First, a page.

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Now for some meat, and I mean probably some of the best quality beef I have ever eaten, no it’s not wagyu, I find that the flavours of great beef tend to be found in grass fed, well aged cuts. Fillet of belted Galloway with crisp potato, smoked marrow and burnt onion. This meat tasted of true beef, now I sometimes think fillet, being an under-utilised muscle can lack flavour, here the ageing process and the addition of smoked marrow made the grass and umami flavours explode. Sweet onions, a sauce of juniper and a purée of parsley combined in meaty harmony. I cannot rave enough about the level of skill the chefs have here, their cookery is what makes them one of the best restaurants in the world and the food showcases their talents.

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Stomachs filling it is time for the sweet finish, we begin with a pre dessert of sea buckthorn curd, meringue and mandarin granita. So refreshing, sea buckthorn is a tart little berry found along English shorelines, the sour balanced by sweet meringue and light fluffy mandarin. Following the beef this course completely cleansed the palate and readied us for desserts.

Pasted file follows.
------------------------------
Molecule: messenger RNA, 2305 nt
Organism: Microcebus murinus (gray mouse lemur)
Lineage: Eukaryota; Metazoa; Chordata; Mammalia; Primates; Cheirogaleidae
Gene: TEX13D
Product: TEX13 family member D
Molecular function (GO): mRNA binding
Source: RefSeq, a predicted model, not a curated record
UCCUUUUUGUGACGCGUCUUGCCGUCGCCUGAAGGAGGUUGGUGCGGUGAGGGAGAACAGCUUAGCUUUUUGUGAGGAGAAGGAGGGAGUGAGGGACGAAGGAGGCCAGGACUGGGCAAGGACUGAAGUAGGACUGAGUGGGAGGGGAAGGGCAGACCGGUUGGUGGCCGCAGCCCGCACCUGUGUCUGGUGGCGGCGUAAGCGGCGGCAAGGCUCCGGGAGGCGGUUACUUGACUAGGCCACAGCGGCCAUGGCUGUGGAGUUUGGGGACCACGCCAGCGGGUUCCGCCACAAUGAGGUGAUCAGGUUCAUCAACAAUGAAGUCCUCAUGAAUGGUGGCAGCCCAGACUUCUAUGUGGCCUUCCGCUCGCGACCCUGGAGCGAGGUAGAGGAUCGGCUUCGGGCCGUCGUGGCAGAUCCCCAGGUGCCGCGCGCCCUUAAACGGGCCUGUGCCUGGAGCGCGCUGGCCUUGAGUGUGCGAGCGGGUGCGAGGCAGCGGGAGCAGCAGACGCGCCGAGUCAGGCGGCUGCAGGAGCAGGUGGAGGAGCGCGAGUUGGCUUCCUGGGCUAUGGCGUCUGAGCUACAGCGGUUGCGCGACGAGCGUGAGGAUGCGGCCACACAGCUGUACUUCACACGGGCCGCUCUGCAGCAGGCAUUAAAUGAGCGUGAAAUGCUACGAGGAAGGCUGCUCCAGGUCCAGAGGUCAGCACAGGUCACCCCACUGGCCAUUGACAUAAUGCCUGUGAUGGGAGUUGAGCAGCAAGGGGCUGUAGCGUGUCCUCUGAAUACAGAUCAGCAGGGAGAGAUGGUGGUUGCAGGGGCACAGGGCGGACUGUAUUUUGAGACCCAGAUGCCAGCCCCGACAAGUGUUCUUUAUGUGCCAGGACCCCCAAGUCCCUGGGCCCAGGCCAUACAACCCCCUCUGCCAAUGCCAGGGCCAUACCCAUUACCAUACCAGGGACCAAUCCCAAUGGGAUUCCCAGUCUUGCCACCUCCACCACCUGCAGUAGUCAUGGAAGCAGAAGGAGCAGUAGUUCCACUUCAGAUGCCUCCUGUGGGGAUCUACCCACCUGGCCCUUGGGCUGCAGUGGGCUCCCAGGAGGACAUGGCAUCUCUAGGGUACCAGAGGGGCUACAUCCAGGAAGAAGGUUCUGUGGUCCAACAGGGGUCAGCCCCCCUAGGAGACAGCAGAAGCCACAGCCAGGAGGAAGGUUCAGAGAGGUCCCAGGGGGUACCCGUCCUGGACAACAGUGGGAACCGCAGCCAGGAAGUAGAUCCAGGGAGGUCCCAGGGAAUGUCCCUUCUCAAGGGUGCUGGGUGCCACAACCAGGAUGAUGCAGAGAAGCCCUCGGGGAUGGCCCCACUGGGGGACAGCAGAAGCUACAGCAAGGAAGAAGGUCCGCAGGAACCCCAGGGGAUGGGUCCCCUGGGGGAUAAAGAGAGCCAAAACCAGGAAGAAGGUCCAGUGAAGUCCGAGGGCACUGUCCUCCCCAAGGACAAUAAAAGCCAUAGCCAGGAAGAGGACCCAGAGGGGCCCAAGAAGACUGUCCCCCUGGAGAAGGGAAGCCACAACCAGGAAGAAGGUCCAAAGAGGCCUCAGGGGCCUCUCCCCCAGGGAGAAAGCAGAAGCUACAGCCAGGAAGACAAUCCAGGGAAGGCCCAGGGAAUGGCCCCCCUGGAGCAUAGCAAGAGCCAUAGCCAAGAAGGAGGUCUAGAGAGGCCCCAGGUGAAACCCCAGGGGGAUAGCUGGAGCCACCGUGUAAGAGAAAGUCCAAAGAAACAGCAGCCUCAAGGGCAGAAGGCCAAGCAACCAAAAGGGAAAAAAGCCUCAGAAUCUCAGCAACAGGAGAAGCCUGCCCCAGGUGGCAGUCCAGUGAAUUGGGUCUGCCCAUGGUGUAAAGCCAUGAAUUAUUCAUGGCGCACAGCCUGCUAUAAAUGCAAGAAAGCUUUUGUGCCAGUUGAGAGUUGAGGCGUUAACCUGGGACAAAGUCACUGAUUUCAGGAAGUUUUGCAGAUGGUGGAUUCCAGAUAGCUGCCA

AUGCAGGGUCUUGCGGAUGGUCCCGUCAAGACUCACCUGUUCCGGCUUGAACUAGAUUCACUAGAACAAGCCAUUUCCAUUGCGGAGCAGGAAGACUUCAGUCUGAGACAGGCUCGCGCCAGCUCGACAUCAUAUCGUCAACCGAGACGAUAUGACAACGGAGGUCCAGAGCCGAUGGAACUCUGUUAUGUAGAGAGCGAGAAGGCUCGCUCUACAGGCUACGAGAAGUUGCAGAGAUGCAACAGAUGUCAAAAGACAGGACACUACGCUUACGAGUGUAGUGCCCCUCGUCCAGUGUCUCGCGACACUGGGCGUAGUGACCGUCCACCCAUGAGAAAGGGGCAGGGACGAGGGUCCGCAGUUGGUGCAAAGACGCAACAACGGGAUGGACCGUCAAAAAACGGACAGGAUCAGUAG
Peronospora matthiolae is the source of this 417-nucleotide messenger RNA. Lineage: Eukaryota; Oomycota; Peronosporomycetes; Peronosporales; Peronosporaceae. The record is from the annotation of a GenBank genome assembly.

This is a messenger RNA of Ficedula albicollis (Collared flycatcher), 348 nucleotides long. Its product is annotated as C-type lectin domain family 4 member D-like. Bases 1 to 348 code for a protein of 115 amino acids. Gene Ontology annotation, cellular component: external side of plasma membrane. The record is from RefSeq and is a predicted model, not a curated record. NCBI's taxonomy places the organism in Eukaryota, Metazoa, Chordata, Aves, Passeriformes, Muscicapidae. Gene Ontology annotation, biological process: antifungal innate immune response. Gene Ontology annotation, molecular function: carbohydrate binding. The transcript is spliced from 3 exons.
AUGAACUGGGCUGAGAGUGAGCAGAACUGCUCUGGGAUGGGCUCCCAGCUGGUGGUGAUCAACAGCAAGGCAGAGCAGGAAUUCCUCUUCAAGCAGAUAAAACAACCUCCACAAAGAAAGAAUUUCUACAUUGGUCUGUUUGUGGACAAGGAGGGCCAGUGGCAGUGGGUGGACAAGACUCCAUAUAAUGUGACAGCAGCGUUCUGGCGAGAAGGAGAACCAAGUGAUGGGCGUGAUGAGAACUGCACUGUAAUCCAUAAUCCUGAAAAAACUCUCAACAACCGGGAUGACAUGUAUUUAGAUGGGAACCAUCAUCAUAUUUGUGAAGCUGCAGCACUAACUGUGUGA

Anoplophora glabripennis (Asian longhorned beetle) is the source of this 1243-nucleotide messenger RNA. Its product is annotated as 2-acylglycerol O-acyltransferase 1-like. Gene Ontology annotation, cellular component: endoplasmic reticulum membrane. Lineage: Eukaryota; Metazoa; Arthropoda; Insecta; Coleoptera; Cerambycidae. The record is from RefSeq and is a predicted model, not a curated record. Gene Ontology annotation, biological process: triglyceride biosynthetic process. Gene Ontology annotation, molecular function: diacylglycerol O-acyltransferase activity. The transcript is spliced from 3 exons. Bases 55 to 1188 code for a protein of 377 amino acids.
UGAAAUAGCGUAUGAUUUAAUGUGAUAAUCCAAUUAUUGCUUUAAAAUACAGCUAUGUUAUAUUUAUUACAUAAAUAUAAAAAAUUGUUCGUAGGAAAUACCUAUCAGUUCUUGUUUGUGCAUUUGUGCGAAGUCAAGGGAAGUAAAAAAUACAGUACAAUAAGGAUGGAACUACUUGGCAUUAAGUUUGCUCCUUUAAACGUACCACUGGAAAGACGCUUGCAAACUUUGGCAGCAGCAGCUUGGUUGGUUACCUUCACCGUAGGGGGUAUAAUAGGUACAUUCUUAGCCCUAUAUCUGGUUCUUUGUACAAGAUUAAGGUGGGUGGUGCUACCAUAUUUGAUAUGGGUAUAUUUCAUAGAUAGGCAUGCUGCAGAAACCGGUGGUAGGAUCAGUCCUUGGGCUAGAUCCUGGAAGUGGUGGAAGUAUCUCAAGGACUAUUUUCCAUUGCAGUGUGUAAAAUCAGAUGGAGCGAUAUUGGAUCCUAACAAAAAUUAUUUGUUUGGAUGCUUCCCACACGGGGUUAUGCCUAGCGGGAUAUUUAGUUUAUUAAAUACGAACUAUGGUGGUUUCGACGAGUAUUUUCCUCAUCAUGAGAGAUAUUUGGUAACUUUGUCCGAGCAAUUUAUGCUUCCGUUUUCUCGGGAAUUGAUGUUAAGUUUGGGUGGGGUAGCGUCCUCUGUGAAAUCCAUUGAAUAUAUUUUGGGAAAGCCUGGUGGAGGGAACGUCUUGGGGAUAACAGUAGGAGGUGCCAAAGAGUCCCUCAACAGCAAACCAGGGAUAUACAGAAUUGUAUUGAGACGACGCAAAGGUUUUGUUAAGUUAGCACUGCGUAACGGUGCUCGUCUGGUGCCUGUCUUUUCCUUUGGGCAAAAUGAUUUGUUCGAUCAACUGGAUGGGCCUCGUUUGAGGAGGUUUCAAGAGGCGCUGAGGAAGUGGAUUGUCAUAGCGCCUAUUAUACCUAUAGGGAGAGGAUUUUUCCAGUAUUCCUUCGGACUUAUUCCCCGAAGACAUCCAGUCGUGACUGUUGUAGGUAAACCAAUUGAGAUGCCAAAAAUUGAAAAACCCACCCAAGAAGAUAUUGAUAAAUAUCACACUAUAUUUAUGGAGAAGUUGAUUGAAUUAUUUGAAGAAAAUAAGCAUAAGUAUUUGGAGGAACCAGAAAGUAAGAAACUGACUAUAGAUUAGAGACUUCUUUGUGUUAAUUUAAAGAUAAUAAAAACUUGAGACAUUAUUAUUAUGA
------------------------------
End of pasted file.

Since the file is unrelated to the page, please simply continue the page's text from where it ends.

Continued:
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Speaking of desserts what follows is an onslaught of wonderful calories, thank heavens the queen of desserts is here with me or I would have struggled. First another little pre dessert taste, fig leaf ice cream, salted caramel and beignets filled with fig jam. Wow, the fig leaf ice cream tastes vividly green, wild and herbaceous. The caramel is dark and salty bringing great toffee notes playing with the ice cream. Finally who doesn’t love doughnuts, light and puffed, filled with an intense fig jam. This taste was finished in about four mouthfuls.

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Next a banana and chocolate malt tartlet. Simply presented yet beautifully complex in texture. Crisp, short, chocolate pastry is filled with caramelised banana, banana ice cream and topped with a seriously dark, decadent chocolate espuma. Finished with some malt crumbs this dish brought new force to choc banana. The pastry was like a whisper, the mousse like a cloud. A lovely dessert of textures and tastes.